'Concrete is Fluid'
Behind the New Neon Sign
Neon Gas Inside Clear Tubing
Farmlab's latest neon sign reads, "Concrete is Fluid."
The piece is some thirty-feet-long by five-feet-tall; it's written in a bold, fuschian color, in a boxy sans-serif font.
The sign is located in the garage in front of Farmlab -- where the relative darkness makes the sign ever-more visible.
At Farmlab, the three-word phrase was first mentioned by team member Steve Rowell; the observation was based on previous work done, in Houston, Texas, by the Center for Land Use Interpretation. (Rowell is a principal in that group.)
At Farmlab that day, among the various topics of discussion were: fountains, in general, and the brutalist architecture of the Hayward Gallery, located on London's concrete-laden South Bank.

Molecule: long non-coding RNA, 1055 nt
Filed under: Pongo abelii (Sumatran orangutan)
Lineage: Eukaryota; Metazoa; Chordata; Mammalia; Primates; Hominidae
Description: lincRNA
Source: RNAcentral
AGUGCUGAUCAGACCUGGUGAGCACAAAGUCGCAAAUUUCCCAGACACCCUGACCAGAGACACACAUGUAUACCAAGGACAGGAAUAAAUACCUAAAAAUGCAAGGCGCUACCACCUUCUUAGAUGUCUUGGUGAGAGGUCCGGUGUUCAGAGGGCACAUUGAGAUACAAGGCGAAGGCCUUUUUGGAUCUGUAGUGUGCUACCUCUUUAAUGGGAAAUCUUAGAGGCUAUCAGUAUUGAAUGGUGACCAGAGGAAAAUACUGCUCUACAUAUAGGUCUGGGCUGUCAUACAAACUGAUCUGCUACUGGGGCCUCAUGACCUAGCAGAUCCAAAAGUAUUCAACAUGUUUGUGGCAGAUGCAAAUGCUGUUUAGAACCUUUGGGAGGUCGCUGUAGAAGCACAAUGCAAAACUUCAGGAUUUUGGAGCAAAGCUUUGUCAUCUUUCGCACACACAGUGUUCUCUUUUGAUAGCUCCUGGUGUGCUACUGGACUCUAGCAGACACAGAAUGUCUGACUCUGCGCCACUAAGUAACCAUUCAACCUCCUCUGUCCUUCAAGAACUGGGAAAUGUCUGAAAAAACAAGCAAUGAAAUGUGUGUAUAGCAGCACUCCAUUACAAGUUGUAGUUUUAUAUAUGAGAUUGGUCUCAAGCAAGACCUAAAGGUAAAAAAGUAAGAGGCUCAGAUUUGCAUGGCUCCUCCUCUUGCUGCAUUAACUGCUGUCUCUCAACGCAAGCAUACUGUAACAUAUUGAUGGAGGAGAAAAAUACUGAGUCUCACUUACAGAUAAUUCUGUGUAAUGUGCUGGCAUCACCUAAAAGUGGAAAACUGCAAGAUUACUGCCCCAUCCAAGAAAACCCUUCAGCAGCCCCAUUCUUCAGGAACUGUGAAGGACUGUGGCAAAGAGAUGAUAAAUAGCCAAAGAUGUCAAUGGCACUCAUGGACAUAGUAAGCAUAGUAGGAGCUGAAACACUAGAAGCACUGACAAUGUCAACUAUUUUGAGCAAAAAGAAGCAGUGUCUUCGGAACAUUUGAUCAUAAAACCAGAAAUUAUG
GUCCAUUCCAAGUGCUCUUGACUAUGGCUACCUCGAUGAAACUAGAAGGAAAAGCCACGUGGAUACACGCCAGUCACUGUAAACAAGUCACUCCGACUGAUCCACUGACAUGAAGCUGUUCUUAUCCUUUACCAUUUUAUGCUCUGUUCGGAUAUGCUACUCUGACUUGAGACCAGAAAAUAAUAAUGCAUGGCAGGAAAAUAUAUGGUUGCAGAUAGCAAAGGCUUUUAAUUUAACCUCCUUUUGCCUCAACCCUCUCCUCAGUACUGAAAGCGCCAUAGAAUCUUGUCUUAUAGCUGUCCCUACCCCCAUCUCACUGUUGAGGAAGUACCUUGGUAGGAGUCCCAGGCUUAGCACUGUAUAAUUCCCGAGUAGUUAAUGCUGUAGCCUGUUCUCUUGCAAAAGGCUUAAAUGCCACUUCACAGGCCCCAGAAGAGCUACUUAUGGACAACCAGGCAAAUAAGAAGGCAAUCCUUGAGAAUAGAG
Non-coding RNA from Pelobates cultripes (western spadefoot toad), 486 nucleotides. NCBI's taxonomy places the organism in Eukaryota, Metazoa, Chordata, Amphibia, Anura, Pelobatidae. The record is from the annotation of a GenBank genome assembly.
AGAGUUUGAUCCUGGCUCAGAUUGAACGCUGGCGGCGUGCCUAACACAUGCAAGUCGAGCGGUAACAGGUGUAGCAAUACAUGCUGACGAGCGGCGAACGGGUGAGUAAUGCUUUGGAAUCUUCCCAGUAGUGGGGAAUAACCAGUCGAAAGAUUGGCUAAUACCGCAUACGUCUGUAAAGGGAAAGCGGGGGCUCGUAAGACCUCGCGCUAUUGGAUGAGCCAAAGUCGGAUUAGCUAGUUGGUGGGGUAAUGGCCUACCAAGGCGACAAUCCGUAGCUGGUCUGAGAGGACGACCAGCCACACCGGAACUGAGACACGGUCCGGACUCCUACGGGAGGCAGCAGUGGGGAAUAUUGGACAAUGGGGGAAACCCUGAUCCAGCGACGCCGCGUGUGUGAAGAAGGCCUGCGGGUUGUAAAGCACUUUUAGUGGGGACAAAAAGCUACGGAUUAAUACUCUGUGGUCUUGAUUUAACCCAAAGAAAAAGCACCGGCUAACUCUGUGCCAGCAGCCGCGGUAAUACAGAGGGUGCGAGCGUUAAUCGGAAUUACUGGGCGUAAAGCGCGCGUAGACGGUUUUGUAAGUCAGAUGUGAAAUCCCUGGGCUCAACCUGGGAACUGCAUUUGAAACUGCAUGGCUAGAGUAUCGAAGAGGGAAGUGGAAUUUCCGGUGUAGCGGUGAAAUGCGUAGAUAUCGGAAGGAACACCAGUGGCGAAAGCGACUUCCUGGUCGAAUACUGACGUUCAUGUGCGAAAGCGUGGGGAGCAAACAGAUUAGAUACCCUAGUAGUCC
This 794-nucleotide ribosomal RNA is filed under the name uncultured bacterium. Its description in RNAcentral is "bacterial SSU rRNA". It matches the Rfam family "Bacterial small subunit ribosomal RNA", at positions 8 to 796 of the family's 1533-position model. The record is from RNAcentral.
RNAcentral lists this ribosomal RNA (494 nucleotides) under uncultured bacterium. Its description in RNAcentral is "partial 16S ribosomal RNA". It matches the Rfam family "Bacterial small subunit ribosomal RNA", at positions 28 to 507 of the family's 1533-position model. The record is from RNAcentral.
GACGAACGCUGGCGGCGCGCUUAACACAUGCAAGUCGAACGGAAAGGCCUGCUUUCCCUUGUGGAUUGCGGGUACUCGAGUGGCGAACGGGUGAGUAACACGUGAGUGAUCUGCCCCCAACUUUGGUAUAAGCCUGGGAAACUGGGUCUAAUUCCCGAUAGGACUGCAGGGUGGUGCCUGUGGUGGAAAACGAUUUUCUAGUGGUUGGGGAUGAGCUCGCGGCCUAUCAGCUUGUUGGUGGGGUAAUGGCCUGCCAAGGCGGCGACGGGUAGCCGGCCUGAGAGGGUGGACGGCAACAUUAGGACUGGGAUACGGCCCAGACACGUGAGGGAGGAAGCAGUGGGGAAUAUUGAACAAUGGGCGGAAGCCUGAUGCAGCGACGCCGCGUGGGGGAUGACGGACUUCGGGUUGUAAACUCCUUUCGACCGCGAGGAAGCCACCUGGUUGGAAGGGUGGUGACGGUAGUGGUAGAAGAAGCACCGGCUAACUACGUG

Farmlab team members liked the notion of concrete being seen as something it's not, at least in the standard sense; as well as applying it to a very concrete place -- in this case, both the Farmlab parking garage as well as the London gallery.
Think of the three words, Rowell explained, as being a projection of architecture versus nature, in an oblique way. "All concrete was fluid for a brief period of time," he says, "between being rock and rock again."
Photo posted by laavocado; photo courtesy flickr.com's creative commons license